Test #2: From 1990s Dennon CD player to Onkyo Vintage receiver from 1974, listening to the Tel Aviv Session of the Toure-Reichel Collective and am very impressed. The bass is really strong, but the mids and highs come through so well. Again, wooden percussion at the high end I didn't hear previously are not masked by the metal highs of cymbals. The acoustic guitar on this album is still a bit more tinny than I would like, but I've come to the conclusion that Israelis just don't know how to record acoustic guitar like they do in Nashville. That said the guitar is where it is supposed to be in the mix, not way in the back as it was with the DT990 pros. 
    Here, I find that I can actually turn the volume way down and still hear everything in the mix. One of the things I dislike about the 990Pros, which otherwise are a good value headphone, is that when you turn up the volume you are either killed by the bass or treble, or both...The mids are there, but they're not loud enough. With the 150s, you can really hear pianos, guitars, and vocals right there on the same volume level as the high and low ends, so there's no need to turn the volume up to ear-splitting levels.
    Going back to the original Reggae recording of the session, I find the sound to be a bit better on the CD-Receiver combo. It's not quite as sharp and detailed, but it's a bit more relaxed and easy to listen to. Though some people claim receiver HP jacks create bloat, I don't find that in this case. Or, perhaps, these phones handle bloaty sources well. 
    Also, again, the long cord means I can plug into my receiver and actually sit in a comfy chair, rather than squat on the floor or stand like a dork next to the home stereo. 
    Edit: Test #3, listening to rock (well, Neil Young, 1971 Massey Hall) through the HRT HD and Lehmann and I think my ears are less stressed out from 14 hours of flying. The sound is amazing. It's not quite as perky and biting as a grado, but the speed is great and the acoustic guitar has body and weight. Also Neil Young sounds good, still completely different than he does these days, but the voice is nice. It's a bit sibilant, but that's probably because it's an MP3 or the recording was just that way to begin with; the highs aren't annoying but they are present. I feel that the emotional energy is there, and yet, I can sit back and chose whether or not I feel like analyzing how it sounds.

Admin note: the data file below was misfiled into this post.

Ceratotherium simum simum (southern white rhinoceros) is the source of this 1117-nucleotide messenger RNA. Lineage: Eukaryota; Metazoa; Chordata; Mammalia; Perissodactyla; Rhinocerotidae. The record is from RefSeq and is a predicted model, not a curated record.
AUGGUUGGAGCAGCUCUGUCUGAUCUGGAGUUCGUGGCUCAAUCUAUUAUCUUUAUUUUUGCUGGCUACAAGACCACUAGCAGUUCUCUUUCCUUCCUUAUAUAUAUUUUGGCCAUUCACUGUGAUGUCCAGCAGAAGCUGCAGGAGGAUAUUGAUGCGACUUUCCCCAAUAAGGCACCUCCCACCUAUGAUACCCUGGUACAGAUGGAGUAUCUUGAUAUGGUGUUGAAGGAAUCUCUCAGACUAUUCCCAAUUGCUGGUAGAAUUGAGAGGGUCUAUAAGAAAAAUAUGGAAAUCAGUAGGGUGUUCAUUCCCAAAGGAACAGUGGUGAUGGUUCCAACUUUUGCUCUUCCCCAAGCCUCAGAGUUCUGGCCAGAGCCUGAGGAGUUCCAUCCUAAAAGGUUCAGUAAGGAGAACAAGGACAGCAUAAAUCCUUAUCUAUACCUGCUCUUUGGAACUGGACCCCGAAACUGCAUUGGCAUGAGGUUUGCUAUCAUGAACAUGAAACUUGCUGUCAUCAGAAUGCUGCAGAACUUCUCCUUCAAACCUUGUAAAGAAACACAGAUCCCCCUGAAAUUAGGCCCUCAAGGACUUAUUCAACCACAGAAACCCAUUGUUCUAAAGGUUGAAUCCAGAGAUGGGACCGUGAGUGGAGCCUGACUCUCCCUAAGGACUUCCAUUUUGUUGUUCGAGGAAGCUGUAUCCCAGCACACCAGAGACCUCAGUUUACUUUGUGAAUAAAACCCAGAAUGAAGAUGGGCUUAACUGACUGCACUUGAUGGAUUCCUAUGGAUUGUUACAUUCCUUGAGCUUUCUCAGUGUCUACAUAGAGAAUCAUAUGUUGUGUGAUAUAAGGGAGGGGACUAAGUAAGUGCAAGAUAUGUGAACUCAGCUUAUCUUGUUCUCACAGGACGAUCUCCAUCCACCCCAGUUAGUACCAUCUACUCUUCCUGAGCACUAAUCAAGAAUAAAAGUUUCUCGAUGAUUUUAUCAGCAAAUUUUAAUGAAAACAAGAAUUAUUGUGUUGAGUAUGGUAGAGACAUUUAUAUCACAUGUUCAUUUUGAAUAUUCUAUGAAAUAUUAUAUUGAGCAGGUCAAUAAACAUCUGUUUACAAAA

Also, I compared A/B briefly, and I realize my integrated receiver is not as clean as the Lehmann. Also, for classical it does bloat the bass a bit, making it a tiny bit unrealistic. So I'm back to the DAC/HP Amp combo for now. 
    Also, Test #4, I hooked up my Fiio E10 to a Schiit Magni at the office and it sounds fine. Not crazy amazing, but listenable for enjoyment or for work, where I have to listen to carefully to certain things. (For sheer energetic music pleasure, the Lehmann/HRT HD is definitely better, with more energetic transients and micro-detail, but not exponentially way better.) 
    Lorspeaker and Madmollusk like this.
  9. Darkimmortal
    It's all about the seal if you want more bass impact. MrSpeakers Alpha Pads are a huge improvement for me in this regard.
    The amp does make some difference too, but more to the overall clarity when bass is present (I assume that is what people label 'tightness'), particularly if you EQ up the bass
  10. MrTechAgent
    Interesting...as far as I know the older "K100.0" had 3 Conductors.
    With Conductors insulated in traditional PVC rather than the enamel coated one's you find in the 880-770-990.
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  11. richbass
    How does the Pandora compare to MT220 and DT150 ?
    Which is the best pad for DT150 ?
    Thanks Lor !
  12. jdpark
    I think there are some discussions about pads earlier on in this thread. From what I understood, the bass texture and impact changes a bit with each difference, and one of the first experimenters switched the standard vinyl for velour (which comes with the DT100, apparently) but then eventually switched back to the originals.
    Some people say velour is less sweaty, but there are ways to add velour tape onto the vinyl without loosing the original sound of the standard vinyl.  As mentioned by Darkimmortal above, the Alpha pads from Mr. Speakers probably would be more comfortable and seem to add some extra bass, but might cost quite a bit more.
    I'm presently fine with the stock vinyl dt150 pads (the ebay entry that ends with 080). I think I like my ears to have a good distance from the speaker, so I wouldn't want thinner pads. Also, they are pretty well padded to me, and I'm not sure if the thicker pads would infringe on the ears, making them actually less comfortable in the end.
  13. Lorspeaker
    The quality of the notes played out by the Pandora has a dense clean refined sound..
    Mt220 is less dense, more airy... both are very slightly brighter than the dt150,
    Dt150 is like a cello...smooth..natural with a light rumble to the bass.

    None has recessed mids...nor weak bass...

    I like dt150 for classicals..soundtracks...
    Mt220 for stage live recordings...
    Pandora when I dun feel like firing up the tubes..
    Bare min with an ipad :)
  14. Tiemen
  15. Darkimmortal
    For me, velour is definitely not less sweaty. The stock vinyl pads on the DT150 are the only headphones I have used that do not get sweaty within any reasonable amount of time, and that comparison includes the king of comfort (Audio Technica AD700).
    The Alpha Pads are actually quite a downgrade in terms of comfort - they get warm and uncomfortable within about 30 minutes of use, whereas the stock pads can be worn for hours with zero discomfort. But this is quite understandable - there is no air gap whatsoever with the alpha pads, while the stock pads had a small gap near my jaw.
    Also there are two versions of the stock DT150 pads - the older has softer padding foam than the newer one. The difference in sound and comfort once it's on your head is negligible though.